This picture reminds me of ‘The Scream” by Edward Munch. The screw on the left of the photo shows you how small the face is. In the fifties they used Eye Tracking for the first time. It was used to track how people perceive an ad. The results were drawings with lines, from a logo, to the headline, to the picture etc. I asked myself: Let’s assume this is a face not an ad. Would the lines then amount to a face? I found a Swedish company that makes Eye Trackers. They sent me a coder, and together we designed some software. Six months later it was ready. Then I had to train my eyes to draw with it. I can show you a few initial drawings. Fink takes his MacBook, moves the screen around and shows a few drawings.
You see. The eye doesn’t obey. When you think you focus on one point, it’s actually not the case. Your eye moves so quickly, it’s hard to track one object so precisely. But mistakes are part of the method. Mistakes are OK.
Spiegel Online: At first, you weren’t able to draw humans?
Fink: No. It took a few months, at some point I got calmer. When you are distracted or tired, your eye doesn’t do what you want it to. Here in this picture things go crazy.
Then I got better
Here Fink has drawn a portrait of a model. Every time I looked at them and back to the portrait it creates a line.
Spiegel Online: Could anyone draw with your tool?
Fink: Yes, that’s possible. You have to calibrate it to their eyes. Over Christmas I got my whole family to do it.
Spiegel Online: Your life revolves around creativity. Have you developed a routine, to come up with great ideas?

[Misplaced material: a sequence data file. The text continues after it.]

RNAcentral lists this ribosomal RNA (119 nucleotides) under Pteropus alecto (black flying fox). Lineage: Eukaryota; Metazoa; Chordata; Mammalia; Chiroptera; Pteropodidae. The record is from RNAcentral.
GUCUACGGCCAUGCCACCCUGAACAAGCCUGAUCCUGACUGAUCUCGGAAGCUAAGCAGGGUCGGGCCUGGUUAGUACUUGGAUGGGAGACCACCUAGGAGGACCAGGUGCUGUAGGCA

Fink: Ideas and routines don’t go well together. Ideas always come in unexpected ways. It helps though to relax. Go have a walk or take a shower, or sit in a bar with your friend and a bottle of wine. Alcohol helps. But don’t drink too much. Otherwise you may find an idea is great, but only until the next morning.
Spiegel Online: And if it still doesn’t work?
Fink: We can’t force things and you shouldn’t beat yourself up for it. When I was younger I would always do that, but only makes it worse.
Spiegel Online: There are really no techniques?
Fink: What I really like: When you are stuck. Think the opposite. For example, when you are working on a campaign for road safety: Think about an idea where people keep getting run over. Wait, no that’s a bad idea… Ok, take a soft drink. Then play with the idea for half an hour, that this drink makes people drunker than any alcohol. People really go mental. They are hyper-drunk.
That sounds really silly, but this technique breaks down barriers. And you get a lot of new ideas from a totally different angle. You just need to bend it into the right direction. But be prepared to make mistakes and to fail.
Spiegel Online: Fail?
Fink: The problem is, especially in China, where I live: We are raised to be successful. At school you get told you need to be successful and pass exams. “We can’t fuck up”. That’s wrong. I tell my employees: Rather come to me with something that is totally wrong rather than with something I’ve already seen before.
Spiegel Online: Did you have instances in which you wanted to jack it all?
Fink: All the time. The best ideas come when you stop thinking about it (the problem). All creative breakthroughs come in such moments. It rarely happens when you are thinking too hard, because you start to panic. Your thoughts get in your way. My best ideas probably didn’t come from me, they just fly in.
By Philip Seibt. Translated from original Der Speigel article.